# Log all received to MySQL
$ModLoad ommysql
*.* :ommysql:localhost,Syslog,rsyslog,<db_password>;dbFormat

# Switch back to default ruleset
$RuleSet RSYSLOG_DefaultRuleset

$InputUDPServerBindRuleset remote
$UDPServerRun 514
$UDPServerAddress * 

Install LogAnalyzer

Once Clients are logging to the DB, let’s have a better solution than typing SELECT statements to analyze our logs.

I had some issues with the 4.x (beta) version on LogAnalyzer, so let’s go with the latest stable 3.6.6

Download the tarball, move it’s contents to Apache’s documentroot:

tar xzf loganalyzer-3.6.6.tar.gz
mv loganalyzer-3.6.6/src /var/www/html/loganalyzer

Configure LogAnalyzer

touch /var/www/html/loganalyzer/config.php
chown www-data. /var/www/html/loganalyzer/config.php
chmod 777 /var/www/html/loganalyzer/config.php

Navigate to http://<mydomain>/loganalyzer/install.php

  • at step 3 provide the database details
  • in step 6 create the admin account
  • in step 7 fill in the details of the rsyslog database

That’s all, Your Rsyslog server is ready for use.

Using LogAnalyzer

Now, that our clients are sending logs to the rsyslogd server, let’s take a look at our LogAnalyzer.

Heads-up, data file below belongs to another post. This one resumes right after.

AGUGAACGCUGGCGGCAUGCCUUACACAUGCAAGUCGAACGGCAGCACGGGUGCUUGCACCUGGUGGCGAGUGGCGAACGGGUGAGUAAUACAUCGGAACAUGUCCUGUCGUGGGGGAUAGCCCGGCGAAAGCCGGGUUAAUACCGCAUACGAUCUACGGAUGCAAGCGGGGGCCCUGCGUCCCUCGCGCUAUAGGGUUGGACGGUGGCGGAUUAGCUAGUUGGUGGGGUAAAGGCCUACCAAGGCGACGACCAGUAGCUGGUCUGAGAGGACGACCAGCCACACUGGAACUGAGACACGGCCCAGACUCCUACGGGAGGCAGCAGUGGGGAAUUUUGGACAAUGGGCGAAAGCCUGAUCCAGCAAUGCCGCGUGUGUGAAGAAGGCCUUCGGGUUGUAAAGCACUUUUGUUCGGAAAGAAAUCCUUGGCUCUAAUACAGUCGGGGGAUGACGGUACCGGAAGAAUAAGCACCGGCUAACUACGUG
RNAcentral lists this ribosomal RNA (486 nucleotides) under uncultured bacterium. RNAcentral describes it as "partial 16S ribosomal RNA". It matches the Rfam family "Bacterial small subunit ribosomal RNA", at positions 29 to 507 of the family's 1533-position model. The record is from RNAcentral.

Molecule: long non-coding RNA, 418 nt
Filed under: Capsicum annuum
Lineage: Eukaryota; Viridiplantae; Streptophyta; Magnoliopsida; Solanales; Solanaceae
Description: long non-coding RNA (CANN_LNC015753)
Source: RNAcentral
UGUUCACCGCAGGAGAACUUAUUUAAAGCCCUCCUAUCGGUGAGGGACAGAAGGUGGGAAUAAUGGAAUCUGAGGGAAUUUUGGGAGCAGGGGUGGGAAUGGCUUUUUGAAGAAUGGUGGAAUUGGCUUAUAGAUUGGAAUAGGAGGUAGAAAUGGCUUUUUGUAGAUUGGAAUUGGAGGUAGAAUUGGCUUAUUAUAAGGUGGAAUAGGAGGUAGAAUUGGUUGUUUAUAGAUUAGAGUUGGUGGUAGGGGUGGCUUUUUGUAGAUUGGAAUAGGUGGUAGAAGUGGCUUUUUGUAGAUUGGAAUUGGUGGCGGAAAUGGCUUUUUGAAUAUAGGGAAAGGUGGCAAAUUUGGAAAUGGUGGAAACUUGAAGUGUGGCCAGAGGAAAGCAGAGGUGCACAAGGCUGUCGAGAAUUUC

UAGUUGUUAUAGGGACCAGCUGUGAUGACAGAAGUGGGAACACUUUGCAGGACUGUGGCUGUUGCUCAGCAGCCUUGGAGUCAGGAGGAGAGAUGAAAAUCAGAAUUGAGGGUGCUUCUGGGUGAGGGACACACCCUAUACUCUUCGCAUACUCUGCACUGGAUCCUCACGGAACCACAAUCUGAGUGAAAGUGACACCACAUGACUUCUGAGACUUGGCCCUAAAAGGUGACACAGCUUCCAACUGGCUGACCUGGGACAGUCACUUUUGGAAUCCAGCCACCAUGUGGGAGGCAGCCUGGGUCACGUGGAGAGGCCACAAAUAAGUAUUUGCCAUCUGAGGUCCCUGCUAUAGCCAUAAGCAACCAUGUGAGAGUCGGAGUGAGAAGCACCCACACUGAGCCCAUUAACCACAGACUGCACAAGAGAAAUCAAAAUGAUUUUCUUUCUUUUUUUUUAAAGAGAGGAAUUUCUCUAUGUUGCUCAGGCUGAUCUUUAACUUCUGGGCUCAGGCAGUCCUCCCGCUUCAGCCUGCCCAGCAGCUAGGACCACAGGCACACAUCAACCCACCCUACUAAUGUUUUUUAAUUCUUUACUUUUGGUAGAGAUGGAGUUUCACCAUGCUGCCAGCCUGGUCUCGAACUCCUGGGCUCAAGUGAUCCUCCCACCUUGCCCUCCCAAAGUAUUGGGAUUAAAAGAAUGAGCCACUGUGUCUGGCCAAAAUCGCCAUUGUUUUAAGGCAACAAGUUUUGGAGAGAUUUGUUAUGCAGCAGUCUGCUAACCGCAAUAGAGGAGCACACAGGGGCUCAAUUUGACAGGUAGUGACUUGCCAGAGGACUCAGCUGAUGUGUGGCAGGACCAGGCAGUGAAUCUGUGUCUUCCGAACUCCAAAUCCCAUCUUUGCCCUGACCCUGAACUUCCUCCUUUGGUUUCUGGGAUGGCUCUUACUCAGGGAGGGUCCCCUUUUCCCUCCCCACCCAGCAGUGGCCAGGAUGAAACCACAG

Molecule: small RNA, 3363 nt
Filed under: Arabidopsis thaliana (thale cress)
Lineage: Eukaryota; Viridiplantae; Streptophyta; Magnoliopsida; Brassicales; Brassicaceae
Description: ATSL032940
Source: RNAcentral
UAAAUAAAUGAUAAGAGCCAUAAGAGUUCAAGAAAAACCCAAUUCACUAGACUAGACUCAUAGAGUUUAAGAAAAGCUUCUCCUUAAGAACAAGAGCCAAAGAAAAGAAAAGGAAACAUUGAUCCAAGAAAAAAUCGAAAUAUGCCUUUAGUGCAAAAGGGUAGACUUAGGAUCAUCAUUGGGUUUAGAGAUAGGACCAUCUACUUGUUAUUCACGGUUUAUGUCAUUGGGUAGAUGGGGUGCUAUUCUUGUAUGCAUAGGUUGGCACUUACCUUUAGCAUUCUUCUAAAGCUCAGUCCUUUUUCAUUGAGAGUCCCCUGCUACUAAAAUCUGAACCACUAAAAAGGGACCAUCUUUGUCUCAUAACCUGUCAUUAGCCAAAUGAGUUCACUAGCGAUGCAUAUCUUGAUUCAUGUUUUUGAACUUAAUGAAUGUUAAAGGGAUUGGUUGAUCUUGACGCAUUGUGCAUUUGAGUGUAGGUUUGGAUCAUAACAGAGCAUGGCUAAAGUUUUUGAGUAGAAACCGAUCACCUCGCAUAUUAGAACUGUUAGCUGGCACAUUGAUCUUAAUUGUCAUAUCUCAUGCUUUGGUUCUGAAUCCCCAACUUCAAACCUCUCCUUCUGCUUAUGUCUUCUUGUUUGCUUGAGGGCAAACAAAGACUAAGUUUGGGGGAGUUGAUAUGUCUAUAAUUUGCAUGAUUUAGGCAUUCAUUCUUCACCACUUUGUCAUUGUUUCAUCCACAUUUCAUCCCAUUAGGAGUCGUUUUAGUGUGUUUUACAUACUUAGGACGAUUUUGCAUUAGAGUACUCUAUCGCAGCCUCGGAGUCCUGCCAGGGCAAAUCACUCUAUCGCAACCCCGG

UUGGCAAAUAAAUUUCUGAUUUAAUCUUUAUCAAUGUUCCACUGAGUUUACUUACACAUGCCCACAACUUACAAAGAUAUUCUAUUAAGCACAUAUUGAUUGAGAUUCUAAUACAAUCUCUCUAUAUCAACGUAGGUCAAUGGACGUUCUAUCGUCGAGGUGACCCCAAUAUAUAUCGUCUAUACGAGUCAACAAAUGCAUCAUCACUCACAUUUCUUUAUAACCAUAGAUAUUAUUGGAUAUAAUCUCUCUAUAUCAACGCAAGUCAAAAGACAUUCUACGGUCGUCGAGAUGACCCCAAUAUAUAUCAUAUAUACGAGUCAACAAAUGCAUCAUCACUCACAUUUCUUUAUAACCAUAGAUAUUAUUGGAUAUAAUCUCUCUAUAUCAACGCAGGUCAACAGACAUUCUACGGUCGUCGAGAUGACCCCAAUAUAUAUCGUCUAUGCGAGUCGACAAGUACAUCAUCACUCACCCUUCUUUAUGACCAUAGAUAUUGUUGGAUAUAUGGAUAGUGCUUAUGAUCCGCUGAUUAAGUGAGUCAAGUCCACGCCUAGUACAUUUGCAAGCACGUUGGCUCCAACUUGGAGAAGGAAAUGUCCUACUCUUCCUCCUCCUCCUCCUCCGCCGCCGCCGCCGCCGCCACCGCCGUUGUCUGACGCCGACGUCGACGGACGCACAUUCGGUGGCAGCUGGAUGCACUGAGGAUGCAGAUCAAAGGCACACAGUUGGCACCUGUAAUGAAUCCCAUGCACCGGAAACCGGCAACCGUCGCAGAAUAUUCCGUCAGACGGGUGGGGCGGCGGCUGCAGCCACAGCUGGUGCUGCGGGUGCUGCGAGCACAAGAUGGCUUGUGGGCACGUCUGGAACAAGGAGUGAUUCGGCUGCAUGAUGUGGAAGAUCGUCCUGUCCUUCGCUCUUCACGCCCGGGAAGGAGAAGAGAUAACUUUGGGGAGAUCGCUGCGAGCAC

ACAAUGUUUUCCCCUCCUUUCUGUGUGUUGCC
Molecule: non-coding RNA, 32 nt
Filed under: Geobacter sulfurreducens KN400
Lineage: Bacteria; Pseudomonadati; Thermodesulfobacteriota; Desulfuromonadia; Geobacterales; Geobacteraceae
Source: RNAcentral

Visit and login with your admin account

You’ll see something similar – hopefully with only a few ERR entries:

You can set custom filters also. It is easy to exclude source, syslogtag, severity from the search by clicking on the values in the entries, but after a while one gets used to writing these filters, which is much more professional 😉

For example a filter for warning and higher severity entries within the last 1 hour for the host sent with syslogtag sudo: looks like this

severity:0,1,2,3,4 datelastx:1 syslogtag:=sudo:

We may also have nice graphs to see trends, the most severe syslogtags, etc. They may also amaze the management, but be careful that  they like to see all the colors but red, and the slope should also have a positive steepness (values are less important) 😛

Custom graphs may be created in Admin Center -> Charts, filters can be applied on graphs as well

A custom graph showing the most severe Syslogtags we had so far:

DB Cleanup

After a few weeks (or sooner with extensive logging) LogAnalyzer may slow down.

To handle this situation we should get rid of old and/or unimportant logs.

For example, I usually delete all Notice entries from the DB which are older than 3 days

delete FROM SystemEvents WHERE Priority=”5″ and ReceivedAt < DATE_SUB(NOW(), INTERVAL 3 day);

As I mentioned above, I only send severity 1-5 messages. Collecting Info and Debug messages would fill up the logserver’s DB really quickly.